Azimov said that Russians were prepared to invest in Croatia but were not always successful because it was not wanted by some strategic partners in Croatia, who, he said, believed that increasing Russia's share in the energy sector was undesirable.

Croatia-Russia trade in the first eleven months of 2018 amounted to 600.6 million dollars, up 16.6% from the same period in 2017.

Croatian National Bank (HNB) data shows that in the period from 1993 to the end of 2017, Russia invested 416.9 million euro in Croatia, which makes it the 14th biggest foreign investor in Croatia. In the same period, Croatia's investments in Russia amounted to 98.1 million euro.

Asked about the LNG terminal on Krk and if it could affect Croatia's relations with Russia, Burilović said that Croatia had to have a backup solution that was competitive in price and ecologically acceptable.

"I see the construction of the LNG terminal primarily as an alternative to the only existing supply route and the market will show where we will supply gas from. Our primary concern are Croatia's interests and the interests of consumers," Burilović said.

More news on the relations between Croatia and Russia can be found in the Politics section.

Monday, 25 February 2019

Sberbank Focused on Further Stabilisation of Agrokor

ZAGREB, February 25, 2019 - Russian Ambassador to Croatia Anvar Azimov said on Monday the sale of Russian banks' stakes in Croatia's Agrokor was a corporate issue and that he was certain that in the period ahead Sberbank's main accent would be on further stabilising and improving the situation in the food and retail conglomerate.

Responding to questions from the press about the possible sale of Russian state banks' interest in Agrokor, Azimov underlined the positive role of Sberbank and VTB. After the implementation of a settlement for Agrokor, Sberbank will hold 39.2% and VTB 7.5%.

Azimov said their main goal had been to salvage Agrokor, stabilise and restructure it.

All those objectives have been met. The situation in the company is much better now, it's profitable, and Sberbank's job is to make the company even more profitable in the interest of Croatia and its stability, he added.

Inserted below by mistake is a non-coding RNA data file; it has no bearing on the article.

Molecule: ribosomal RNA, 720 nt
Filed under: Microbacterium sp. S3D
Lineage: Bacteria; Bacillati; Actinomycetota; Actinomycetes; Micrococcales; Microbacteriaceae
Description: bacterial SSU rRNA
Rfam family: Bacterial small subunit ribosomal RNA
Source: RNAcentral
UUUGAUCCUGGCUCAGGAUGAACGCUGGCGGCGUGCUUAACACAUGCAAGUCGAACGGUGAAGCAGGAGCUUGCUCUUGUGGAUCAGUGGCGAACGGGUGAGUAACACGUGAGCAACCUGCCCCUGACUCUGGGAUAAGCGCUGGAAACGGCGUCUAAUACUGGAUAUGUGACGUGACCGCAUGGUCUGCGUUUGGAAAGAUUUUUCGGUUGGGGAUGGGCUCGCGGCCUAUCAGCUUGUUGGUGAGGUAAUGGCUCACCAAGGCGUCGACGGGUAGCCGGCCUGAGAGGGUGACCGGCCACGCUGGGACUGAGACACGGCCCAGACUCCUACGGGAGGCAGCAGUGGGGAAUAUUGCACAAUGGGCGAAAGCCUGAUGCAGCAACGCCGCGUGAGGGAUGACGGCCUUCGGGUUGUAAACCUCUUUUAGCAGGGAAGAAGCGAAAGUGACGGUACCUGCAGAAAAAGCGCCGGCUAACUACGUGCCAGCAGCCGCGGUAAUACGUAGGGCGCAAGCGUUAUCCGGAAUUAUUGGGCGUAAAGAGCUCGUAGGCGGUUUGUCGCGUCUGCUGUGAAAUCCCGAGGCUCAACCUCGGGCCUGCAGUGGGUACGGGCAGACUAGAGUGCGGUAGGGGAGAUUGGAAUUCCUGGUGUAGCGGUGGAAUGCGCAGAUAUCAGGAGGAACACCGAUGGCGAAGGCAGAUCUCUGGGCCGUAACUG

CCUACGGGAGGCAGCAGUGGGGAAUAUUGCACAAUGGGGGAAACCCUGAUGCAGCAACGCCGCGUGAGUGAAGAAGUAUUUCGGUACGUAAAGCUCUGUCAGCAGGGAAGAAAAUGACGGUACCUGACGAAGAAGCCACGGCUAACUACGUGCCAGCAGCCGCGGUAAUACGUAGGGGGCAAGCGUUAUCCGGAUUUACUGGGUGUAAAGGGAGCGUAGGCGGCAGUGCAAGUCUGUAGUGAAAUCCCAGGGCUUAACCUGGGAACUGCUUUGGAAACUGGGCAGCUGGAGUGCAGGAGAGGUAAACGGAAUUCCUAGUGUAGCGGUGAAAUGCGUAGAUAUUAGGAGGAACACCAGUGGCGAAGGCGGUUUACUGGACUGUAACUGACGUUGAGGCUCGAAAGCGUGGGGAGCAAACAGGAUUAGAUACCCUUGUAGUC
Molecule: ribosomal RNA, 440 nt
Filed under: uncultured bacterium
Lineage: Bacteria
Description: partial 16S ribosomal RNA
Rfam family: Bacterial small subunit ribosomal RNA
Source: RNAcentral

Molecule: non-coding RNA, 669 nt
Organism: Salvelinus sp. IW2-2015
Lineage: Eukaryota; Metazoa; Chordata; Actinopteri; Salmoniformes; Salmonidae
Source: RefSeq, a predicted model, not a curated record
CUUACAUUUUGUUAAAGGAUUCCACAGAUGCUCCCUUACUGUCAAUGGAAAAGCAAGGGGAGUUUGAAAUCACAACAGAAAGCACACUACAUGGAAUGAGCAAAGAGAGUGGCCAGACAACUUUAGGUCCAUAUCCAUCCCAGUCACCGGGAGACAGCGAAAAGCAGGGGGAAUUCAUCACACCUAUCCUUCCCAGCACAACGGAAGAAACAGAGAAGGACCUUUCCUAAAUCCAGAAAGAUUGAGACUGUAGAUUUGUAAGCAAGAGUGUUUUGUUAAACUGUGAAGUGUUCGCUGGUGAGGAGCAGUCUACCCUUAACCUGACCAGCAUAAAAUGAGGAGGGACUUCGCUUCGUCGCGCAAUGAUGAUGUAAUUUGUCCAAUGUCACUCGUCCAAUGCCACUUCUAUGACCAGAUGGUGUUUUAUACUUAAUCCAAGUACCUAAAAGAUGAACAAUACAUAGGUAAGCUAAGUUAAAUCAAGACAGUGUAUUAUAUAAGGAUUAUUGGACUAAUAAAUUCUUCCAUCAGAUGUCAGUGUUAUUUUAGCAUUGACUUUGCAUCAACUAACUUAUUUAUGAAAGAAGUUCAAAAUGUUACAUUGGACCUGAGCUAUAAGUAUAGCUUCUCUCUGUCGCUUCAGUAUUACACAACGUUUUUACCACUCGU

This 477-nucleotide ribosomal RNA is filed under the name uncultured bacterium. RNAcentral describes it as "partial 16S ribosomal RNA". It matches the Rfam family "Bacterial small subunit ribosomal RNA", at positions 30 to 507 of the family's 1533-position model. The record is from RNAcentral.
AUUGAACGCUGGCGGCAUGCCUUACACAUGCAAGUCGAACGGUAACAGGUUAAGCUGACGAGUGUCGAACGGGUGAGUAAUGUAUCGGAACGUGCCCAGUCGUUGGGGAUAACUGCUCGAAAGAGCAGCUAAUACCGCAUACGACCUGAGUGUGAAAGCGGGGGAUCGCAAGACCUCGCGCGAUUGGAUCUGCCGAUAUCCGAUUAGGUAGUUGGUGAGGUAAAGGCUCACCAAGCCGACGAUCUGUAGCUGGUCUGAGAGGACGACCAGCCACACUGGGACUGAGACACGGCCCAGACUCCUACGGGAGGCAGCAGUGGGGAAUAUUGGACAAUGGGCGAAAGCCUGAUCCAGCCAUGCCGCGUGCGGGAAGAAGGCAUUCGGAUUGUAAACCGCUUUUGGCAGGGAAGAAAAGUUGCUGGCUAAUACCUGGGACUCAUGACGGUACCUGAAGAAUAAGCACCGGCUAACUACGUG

As for the possible sale of Agrokor shares, Azimov said it was a corporate issue between Sberbank and Agrokor. We in the embassy don't interfere in these things, but I'm absolutely sure that in the months ahead Sberbank's main accent will be on further stabilising and improving the situation in Agrokor, he added.

Asked if Croatia's future LNG terminal would affect its energy cooperation with Russia, Azimov said it would not as Croatia would always need Russian gas.

If Croatia is interested in building an LNG terminal, we can welcome that. Even if it builds the terminal, Croatia will always need Russian gas. Last year we exported more than 200 billion cubic metres of gas to European Union countries and the demand for gas is rising, while at the same time production in EU countries and Croatia is falling, Azimov said.

He said all they wanted was fair competition. I know that the LNG terminal can't compete with Russian gas, which is cheaper, more reliable and better, he added.

More news about Agrokor can be found in the Business section.

Sunday, 17 February 2019

Croatian Reintegration Model Applicable to Ukraine and Georgia, Says Plenković

ZAGREB, February 17, 2019 - Prime Minister Andrej Plenković reiterated on Saturday that Croatia's experience with the peaceful reintegration of its Danube region in 1998 could benefit Ukraine and Georgia which have lost parts of their territories in wars with Russia.

Similar statements in the past have provoked sharply-worded responses from Moscow which believes that "parallel domestic structures" encourage Kiev's "war campaign" rather than call for the restoration of dialogue with Moscow through the Minsk process.